Claire Pokopac
1* Honors American History

Hippie Culture during the Summer of Love and Woodstock



external image hippies.jpg
Hippie Culture began in the 1960s as the Baby Boom Generation was maturing into teens. They felt constricted by their parent's values and opposed what the government was doing in Vietnam. They embraced the sexual revolution and vegetarianism and felt that psychedelic drugs like LSD, magic mushrooms and marijuana could expand your conscious.

Who
"the dictionary defines a hippie as anyone who rejects the conventional customs of society" but hippies called themselves "blooming flower children" and they rejected all the traditional values of society. They advocated peace and peacefully protested everything the government did in Vietnam. Hippies respected all animals and many were vegetarian's. They were also a driving force in the sexual revolution with public nudity and free love.

Fashion
Hippies felt that jeans were an antifashion statement because they were cheap easy to care for and didn't add to the illusion of class, they wore all of their jeans in their ways embroidered, rolled up or even with rips and patches. They loved Salvation Army stores and after Sergeant Pepper came out army/navy surplus stores.

Music
They were heavily influenced by bands like Grateful Dead and Santanna and most especially the beatles album Sergeant Peppers Lonely Hearts Club Band. They also advocated amateur singing and music; many had guitars that they would play for anyone who would listen.


Where
The biggest hippie festivals were Woodstock in 1969 and the Summer Of Love in 1967

Woodstock
500,000 people attended the "three days of peace and music" five times more than the estimated 100,000. The festival was originally planned to take place in an industrial park but the town said that it would violate town codes, so it was held on Max Yasgers dairy farm. There were food shortages and bad weather and poor sanitation but they still kept the peace. Three people died at the event while three were born.external image woodstock_1969.jpg

Summer of Love
In the summer of 1967 100,000 hippies came to San Francisco's Haight Ashburry neighborhood for the Summer of Love. Everything as good at first, there was free food, free drugs, free clinics, free housing and free love, but with the rapid influx of people this quickly collapsed. They began to have drug and crime problems and many left come fall to go back to college. The people from the haight staged a funeral for "the death of the hippie" bearing a coffin down the street filled with bells and ribbons and colorful peace signs.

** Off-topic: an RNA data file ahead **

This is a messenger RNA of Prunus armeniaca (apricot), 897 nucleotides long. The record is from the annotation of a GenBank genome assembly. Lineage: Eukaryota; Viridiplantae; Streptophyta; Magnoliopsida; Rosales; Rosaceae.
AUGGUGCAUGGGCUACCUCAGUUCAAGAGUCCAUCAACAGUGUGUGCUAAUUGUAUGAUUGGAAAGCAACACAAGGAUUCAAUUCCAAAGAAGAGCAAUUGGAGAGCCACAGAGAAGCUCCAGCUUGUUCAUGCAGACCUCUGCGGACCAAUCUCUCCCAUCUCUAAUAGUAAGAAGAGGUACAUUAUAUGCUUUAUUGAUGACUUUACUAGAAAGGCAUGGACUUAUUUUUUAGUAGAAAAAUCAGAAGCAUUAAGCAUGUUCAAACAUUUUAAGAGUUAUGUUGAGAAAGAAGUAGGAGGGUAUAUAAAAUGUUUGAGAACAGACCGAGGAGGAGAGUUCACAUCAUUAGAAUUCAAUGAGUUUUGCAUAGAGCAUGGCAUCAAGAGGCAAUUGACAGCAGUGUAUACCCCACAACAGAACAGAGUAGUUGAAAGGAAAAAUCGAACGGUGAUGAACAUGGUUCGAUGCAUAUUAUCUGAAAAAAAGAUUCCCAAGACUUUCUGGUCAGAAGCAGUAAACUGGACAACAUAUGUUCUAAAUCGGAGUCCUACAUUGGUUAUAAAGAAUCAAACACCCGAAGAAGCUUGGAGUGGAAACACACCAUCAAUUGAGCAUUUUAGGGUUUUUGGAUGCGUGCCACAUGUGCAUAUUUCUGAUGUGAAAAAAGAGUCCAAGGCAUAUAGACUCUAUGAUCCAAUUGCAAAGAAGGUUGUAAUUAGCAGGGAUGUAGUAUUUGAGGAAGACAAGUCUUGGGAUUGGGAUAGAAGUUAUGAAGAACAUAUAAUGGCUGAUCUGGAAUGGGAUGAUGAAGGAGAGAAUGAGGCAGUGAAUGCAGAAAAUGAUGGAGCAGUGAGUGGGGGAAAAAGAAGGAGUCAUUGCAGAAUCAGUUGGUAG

When
Hippie culture broke out in the mid-1960s and continues through today.

Why
Hippies felt the older dominant culture had come together in a corrupt culture that they called "the establishment" or "the man" or "Big Brother" They wanted to get away and create their own culture.



Works Cited
“Assimilation of the Counterculture .” American Decades. 2001. Gale U.S. History in Context. Web. 13 May 2011. <http://ic.galegroup.com/‌ic/‌uhic/‌ReferenceDetailsPage/‌ReferenceDetailsWindow?displayGroupName=Reference&disableHighlighting=false&prodId=UHIC&action=e&windowstate=normal&catId=&documentId=GALE%7CCX3468302753&mode=view>.
“Haight-Ashbury .” St. James Encyclopedia of Popular Culture. 2000. Gale U.S. History in Context. Web. 16 May 2011. <http://ic.galegroup.com/‌ic/‌uhic/‌ReferenceDetailsPage/‌ReferenceDetailsWindow?displayGroupName=Reference&disableHighlighting=false&prodId=UHIC&action=e&windowstate=normal&catId=&documentId=GALE%7CCX3409001077&mode=view>.
“Hippies.” Bowling, Beatniks, and Bell-Bottoms: Pop Culture of 20th-Century America. 2002. Gale U.S. History in Context. Web. 16 May 2011. <http://ic.galegroup.com/‌ic/‌uhic/‌ReferenceDetailsPage/‌ReferenceDetailsWindow?displayGroupName=Reference&disableHighlighting=false&prodId=UHIC&action=e&windowstate=normal&catId=&documentId=GALE%7CCX3425100568&mode=view>.
“Hippies.” St. James Encyclopedia of Popular Culture. 2000. Gale U.S. History in Context. Web. 16 May 2011. <http://ic.galegroup.com/‌ic/‌uhic/‌ReferenceDetailsPage/‌ReferenceDetailsWindow?displayGroupName=Reference&disableHighlighting=false&prodId=UHIC&action=e&windowstate=normal&catId=&documentId=GALE%7CCX3409001150&mode=view>.
“Hippies and their Music: Woodstock .” American Decades. 2001. Gale U.S. History in Context. Web. 13 May 2011. <http://ic.galegroup.com/‌ic/‌uhic/‌ReferenceDetailsPage/‌ReferenceDetailsWindow?displayGroupName=Reference&disableHighlighting=false&prodId=UHIC&action=e&windowstate=normal&catId=&documentId=GALE%7CCX3468302172&mode=view>.
“Secondhand Clothes and Tie-Dyed Shirts: Antifashion and the Hippie Influence.” American Decades. 2001. Gale U.S. History in Context. Web. 13 May 2011. <http://ic.galegroup.com/‌ic/‌uhic/‌ReferenceDetailsPage/‌ReferenceDetailsWindow?displayGroupName=Reference&disableHighlighting=false&prodId=UHIC&action=e&windowstate=normal&catId=&documentId=GALE%7CCX3468302270&mode=view>.